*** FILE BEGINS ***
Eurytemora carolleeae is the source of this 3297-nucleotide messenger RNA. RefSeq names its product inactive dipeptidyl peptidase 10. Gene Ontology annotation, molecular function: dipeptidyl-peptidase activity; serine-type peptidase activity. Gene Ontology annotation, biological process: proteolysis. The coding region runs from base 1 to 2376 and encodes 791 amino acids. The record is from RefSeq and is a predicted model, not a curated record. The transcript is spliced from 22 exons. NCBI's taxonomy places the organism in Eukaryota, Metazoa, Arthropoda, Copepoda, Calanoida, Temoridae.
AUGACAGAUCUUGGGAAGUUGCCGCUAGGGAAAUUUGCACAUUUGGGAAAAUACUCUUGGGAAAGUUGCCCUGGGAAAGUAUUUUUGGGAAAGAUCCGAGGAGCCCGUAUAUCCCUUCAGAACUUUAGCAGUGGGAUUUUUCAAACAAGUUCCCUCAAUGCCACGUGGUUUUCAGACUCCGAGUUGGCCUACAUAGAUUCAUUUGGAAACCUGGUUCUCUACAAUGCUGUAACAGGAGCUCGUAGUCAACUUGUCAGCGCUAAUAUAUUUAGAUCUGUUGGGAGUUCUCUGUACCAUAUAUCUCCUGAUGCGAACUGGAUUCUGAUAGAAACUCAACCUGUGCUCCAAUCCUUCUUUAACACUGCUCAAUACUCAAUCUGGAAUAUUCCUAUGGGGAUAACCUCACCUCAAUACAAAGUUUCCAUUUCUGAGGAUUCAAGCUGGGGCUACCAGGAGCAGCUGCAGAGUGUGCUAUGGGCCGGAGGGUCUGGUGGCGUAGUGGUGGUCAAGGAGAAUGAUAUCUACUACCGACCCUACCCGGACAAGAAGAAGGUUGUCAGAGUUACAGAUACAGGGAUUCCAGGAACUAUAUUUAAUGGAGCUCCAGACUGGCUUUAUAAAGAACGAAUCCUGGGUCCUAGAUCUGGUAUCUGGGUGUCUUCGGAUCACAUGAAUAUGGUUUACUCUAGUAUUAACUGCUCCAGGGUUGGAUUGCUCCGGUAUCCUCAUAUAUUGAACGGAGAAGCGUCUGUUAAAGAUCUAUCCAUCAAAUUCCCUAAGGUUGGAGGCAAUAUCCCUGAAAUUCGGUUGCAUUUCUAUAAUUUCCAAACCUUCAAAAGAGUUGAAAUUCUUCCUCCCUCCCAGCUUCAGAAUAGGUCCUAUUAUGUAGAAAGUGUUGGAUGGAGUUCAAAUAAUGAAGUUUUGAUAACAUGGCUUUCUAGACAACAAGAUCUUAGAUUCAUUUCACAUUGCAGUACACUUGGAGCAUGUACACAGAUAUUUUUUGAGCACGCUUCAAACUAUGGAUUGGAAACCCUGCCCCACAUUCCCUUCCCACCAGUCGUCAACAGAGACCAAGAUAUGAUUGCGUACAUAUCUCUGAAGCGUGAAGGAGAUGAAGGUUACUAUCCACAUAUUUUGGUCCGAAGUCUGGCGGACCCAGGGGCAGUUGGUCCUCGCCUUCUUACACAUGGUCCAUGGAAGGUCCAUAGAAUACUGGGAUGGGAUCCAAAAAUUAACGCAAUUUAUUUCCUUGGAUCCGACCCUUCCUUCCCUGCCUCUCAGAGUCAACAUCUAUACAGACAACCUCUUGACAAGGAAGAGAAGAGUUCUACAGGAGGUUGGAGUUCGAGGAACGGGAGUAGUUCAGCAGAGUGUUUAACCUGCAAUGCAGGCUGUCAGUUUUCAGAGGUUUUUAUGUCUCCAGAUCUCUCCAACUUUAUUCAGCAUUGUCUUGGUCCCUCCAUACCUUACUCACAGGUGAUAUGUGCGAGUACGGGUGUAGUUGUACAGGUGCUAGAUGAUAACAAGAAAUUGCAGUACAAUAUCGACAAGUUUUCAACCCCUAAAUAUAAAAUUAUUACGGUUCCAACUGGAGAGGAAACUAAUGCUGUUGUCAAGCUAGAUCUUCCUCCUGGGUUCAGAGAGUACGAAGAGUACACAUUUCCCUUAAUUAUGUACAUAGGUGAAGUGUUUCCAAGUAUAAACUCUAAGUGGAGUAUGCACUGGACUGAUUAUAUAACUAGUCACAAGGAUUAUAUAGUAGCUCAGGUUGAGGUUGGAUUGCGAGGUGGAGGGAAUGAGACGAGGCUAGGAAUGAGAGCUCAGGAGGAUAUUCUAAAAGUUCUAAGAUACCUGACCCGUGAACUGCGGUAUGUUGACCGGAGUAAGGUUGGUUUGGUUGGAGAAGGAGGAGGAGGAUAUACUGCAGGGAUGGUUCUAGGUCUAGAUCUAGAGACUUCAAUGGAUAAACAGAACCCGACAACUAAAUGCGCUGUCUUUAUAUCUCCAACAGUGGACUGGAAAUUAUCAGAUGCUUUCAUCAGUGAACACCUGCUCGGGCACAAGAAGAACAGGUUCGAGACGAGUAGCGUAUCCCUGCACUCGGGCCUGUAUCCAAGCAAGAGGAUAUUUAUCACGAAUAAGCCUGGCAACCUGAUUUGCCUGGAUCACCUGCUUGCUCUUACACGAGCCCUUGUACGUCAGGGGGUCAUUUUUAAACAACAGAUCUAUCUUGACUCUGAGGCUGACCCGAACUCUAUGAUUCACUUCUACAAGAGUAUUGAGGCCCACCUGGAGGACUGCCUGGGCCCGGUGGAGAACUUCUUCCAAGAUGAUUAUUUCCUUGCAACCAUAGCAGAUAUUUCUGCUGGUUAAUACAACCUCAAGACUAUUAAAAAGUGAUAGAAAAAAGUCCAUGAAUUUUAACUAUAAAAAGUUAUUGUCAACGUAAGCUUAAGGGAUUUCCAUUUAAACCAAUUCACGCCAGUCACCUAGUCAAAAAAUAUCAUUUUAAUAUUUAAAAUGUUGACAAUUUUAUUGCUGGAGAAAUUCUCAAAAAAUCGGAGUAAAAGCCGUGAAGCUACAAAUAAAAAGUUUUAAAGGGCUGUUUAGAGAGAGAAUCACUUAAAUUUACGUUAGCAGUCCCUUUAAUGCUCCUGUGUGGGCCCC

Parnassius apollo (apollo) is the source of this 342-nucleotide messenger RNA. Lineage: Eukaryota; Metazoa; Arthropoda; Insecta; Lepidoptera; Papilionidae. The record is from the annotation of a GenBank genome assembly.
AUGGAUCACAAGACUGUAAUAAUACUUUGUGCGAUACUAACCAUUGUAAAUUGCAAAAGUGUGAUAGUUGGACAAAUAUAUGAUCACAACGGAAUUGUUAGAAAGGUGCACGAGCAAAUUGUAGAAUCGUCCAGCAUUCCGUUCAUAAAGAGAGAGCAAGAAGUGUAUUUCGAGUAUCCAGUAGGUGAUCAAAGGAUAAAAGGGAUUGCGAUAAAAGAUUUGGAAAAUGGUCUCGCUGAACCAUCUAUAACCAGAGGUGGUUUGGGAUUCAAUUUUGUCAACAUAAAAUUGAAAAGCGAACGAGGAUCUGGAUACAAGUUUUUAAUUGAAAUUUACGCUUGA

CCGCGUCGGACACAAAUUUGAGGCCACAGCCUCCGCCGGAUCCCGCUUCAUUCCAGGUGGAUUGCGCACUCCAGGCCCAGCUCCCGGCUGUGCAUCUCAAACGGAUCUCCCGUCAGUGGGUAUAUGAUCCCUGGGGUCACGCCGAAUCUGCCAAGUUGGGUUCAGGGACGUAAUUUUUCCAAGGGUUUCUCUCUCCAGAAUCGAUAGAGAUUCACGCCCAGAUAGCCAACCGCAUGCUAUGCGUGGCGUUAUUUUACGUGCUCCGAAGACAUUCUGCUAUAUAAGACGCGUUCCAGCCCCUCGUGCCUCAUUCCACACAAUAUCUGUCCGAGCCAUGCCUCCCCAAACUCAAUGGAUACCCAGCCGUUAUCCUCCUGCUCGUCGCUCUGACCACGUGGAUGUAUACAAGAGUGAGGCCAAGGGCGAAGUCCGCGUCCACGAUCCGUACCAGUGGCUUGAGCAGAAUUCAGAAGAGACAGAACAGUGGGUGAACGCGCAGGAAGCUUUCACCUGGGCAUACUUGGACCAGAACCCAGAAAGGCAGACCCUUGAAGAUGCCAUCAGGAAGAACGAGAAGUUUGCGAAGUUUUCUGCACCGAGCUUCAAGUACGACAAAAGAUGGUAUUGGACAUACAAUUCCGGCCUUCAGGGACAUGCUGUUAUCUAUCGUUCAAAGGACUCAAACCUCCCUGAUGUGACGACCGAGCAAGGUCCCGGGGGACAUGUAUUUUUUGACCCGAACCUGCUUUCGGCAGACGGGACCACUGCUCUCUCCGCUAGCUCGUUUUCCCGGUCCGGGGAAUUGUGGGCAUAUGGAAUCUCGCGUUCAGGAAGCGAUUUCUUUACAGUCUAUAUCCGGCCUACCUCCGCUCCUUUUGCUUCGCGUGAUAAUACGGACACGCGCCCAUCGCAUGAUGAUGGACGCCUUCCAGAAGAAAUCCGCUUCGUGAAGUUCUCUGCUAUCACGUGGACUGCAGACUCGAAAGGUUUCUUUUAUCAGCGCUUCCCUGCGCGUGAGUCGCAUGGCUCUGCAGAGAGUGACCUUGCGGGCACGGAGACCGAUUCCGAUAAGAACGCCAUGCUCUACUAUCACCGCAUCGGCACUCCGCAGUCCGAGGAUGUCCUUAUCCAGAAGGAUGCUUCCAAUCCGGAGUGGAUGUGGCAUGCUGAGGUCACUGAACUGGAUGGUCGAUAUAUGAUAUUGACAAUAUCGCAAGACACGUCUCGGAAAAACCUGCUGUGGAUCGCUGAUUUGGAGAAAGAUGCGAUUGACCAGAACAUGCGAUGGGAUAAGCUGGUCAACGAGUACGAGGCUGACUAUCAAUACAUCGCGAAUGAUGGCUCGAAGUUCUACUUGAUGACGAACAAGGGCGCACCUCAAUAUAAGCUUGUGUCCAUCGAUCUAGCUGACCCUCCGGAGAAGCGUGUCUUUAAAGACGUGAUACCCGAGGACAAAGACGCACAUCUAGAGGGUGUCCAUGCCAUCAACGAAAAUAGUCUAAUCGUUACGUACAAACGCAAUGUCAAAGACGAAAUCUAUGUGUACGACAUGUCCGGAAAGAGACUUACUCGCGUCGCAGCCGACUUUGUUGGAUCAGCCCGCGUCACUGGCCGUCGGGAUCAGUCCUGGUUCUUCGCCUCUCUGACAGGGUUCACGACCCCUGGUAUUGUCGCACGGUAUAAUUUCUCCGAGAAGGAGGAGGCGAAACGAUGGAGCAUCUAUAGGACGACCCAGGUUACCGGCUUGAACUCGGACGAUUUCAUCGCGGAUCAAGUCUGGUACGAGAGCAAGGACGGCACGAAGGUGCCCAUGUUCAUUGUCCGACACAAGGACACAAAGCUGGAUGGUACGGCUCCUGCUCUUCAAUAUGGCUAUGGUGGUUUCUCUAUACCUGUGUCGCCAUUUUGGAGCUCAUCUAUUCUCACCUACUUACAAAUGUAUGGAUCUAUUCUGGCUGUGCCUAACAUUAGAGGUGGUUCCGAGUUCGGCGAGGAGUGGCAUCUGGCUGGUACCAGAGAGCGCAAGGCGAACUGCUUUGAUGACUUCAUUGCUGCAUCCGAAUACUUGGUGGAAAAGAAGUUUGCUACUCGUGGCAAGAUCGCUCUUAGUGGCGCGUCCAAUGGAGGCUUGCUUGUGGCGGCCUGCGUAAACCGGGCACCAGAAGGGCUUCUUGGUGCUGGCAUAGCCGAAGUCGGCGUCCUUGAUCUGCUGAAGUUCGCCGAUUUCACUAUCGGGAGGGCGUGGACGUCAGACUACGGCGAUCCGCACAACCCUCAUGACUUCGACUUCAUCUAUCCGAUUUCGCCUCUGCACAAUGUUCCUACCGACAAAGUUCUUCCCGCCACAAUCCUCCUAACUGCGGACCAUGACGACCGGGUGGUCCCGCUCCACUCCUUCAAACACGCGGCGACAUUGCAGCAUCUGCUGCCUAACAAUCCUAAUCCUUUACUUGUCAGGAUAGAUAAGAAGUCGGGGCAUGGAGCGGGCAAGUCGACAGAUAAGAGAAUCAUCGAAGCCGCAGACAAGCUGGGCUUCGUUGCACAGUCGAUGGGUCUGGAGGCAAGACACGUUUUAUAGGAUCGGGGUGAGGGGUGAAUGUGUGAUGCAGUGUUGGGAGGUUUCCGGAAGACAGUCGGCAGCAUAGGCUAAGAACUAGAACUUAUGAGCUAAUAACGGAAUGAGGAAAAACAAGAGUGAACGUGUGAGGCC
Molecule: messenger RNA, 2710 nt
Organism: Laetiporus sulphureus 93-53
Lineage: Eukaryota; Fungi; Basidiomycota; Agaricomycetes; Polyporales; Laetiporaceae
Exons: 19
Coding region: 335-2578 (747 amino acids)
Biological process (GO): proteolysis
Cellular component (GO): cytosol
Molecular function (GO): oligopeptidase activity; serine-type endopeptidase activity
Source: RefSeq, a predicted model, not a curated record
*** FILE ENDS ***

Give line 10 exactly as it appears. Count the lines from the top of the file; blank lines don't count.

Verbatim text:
Coding region: 335-2578 (747 amino acids)